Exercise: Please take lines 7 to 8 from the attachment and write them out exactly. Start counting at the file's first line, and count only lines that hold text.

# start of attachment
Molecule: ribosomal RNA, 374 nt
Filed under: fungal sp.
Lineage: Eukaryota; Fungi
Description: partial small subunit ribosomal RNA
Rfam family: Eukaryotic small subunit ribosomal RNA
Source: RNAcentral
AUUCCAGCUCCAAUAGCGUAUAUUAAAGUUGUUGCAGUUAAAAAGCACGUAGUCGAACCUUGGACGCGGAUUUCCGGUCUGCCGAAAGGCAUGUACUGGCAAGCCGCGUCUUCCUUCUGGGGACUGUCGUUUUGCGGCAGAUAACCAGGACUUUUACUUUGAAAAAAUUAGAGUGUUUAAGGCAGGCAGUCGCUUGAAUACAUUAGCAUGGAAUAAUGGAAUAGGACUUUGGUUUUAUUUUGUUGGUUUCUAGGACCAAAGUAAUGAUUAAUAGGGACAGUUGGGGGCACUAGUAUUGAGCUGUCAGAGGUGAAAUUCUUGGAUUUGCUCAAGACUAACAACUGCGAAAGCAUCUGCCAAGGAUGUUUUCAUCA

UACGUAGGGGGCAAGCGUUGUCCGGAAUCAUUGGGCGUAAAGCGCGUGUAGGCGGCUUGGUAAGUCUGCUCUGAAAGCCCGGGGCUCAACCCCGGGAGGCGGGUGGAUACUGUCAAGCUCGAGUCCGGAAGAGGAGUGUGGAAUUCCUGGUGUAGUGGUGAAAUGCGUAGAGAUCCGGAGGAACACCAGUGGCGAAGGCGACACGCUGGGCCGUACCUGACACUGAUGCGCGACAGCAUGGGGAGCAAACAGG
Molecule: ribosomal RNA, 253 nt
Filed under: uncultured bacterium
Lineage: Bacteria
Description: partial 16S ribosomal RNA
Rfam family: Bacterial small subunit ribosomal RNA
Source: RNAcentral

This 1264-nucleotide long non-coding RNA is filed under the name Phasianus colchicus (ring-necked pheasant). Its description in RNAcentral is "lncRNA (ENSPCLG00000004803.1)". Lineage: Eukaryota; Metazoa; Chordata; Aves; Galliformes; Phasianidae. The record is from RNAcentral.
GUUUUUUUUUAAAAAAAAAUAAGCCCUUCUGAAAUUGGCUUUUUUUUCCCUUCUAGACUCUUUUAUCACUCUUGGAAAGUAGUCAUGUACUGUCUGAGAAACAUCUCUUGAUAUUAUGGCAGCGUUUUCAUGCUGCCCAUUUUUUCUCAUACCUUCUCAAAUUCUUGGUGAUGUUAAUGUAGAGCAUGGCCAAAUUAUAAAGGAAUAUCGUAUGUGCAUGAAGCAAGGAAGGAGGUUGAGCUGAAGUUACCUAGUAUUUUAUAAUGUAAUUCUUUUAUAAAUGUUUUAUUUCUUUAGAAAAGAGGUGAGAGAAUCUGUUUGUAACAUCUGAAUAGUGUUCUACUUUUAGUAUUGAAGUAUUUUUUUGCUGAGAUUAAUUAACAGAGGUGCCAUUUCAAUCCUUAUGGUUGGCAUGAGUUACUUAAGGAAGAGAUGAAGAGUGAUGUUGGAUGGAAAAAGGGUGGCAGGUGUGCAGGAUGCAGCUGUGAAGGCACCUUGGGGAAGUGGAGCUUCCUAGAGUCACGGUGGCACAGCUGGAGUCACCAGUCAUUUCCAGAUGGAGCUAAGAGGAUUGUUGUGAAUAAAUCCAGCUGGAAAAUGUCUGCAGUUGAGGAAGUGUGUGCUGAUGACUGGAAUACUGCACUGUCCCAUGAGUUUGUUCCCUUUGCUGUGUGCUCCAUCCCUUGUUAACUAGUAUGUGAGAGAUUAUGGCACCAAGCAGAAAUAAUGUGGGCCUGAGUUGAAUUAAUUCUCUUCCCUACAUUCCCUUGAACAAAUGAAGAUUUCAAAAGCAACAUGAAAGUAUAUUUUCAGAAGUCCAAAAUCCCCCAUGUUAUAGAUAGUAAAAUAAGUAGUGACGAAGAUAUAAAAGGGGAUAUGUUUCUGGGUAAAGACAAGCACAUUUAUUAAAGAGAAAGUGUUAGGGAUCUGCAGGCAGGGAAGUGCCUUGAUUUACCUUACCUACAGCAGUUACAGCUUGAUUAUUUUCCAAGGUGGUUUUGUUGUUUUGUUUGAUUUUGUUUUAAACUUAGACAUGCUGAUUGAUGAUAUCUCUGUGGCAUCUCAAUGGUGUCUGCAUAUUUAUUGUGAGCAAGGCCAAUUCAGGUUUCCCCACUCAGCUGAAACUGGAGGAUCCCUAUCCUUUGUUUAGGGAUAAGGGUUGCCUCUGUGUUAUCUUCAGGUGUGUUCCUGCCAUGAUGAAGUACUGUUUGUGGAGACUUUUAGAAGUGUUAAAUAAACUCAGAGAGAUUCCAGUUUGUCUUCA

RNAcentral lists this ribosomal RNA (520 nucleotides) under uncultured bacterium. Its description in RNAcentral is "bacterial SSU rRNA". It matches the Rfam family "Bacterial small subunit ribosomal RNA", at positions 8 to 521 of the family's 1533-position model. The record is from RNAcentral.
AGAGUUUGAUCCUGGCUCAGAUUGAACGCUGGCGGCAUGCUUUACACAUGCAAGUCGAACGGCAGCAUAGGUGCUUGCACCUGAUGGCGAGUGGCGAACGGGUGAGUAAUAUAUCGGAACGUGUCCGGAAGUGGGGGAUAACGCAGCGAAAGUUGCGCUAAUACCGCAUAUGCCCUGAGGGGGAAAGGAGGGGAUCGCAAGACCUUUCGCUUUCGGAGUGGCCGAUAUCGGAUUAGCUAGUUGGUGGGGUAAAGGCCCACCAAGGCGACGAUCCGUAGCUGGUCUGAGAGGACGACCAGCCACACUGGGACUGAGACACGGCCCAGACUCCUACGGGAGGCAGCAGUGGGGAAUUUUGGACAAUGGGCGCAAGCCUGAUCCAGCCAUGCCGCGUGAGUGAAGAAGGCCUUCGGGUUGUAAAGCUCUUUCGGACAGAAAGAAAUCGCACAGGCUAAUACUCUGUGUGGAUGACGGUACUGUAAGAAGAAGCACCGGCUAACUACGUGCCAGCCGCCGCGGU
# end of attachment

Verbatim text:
AUUCCAGCUCCAAUAGCGUAUAUUAAAGUUGUUGCAGUUAAAAAGCACGUAGUCGAACCUUGGACGCGGAUUUCCGGUCUGCCGAAAGGCAUGUACUGGCAAGCCGCGUCUUCCUUCUGGGGACUGUCGUUUUGCGGCAGAUAACCAGGACUUUUACUUUGAAAAAAUUAGAGUGUUUAAGGCAGGCAGUCGCUUGAAUACAUUAGCAUGGAAUAAUGGAAUAGGACUUUGGUUUUAUUUUGUUGGUUUCUAGGACCAAAGUAAUGAUUAAUAGGGACAGUUGGGGGCACUAGUAUUGAGCUGUCAGAGGUGAAAUUCUUGGAUUUGCUCAAGACUAACAACUGCGAAAGCAUCUGCCAAGGAUGUUUUCAUCA

UACGUAGGGGGCAAGCGUUGUCCGGAAUCAUUGGGCGUAAAGCGCGUGUAGGCGGCUUGGUAAGUCUGCUCUGAAAGCCCGGGGCUCAACCCCGGGAGGCGGGUGGAUACUGUCAAGCUCGAGUCCGGAAGAGGAGUGUGGAAUUCCUGGUGUAGUGGUGAAAUGCGUAGAGAUCCGGAGGAACACCAGUGGCGAAGGCGACACGCUGGGCCGUACCUGACACUGAUGCGCGACAGCAUGGGGAGCAAACAGG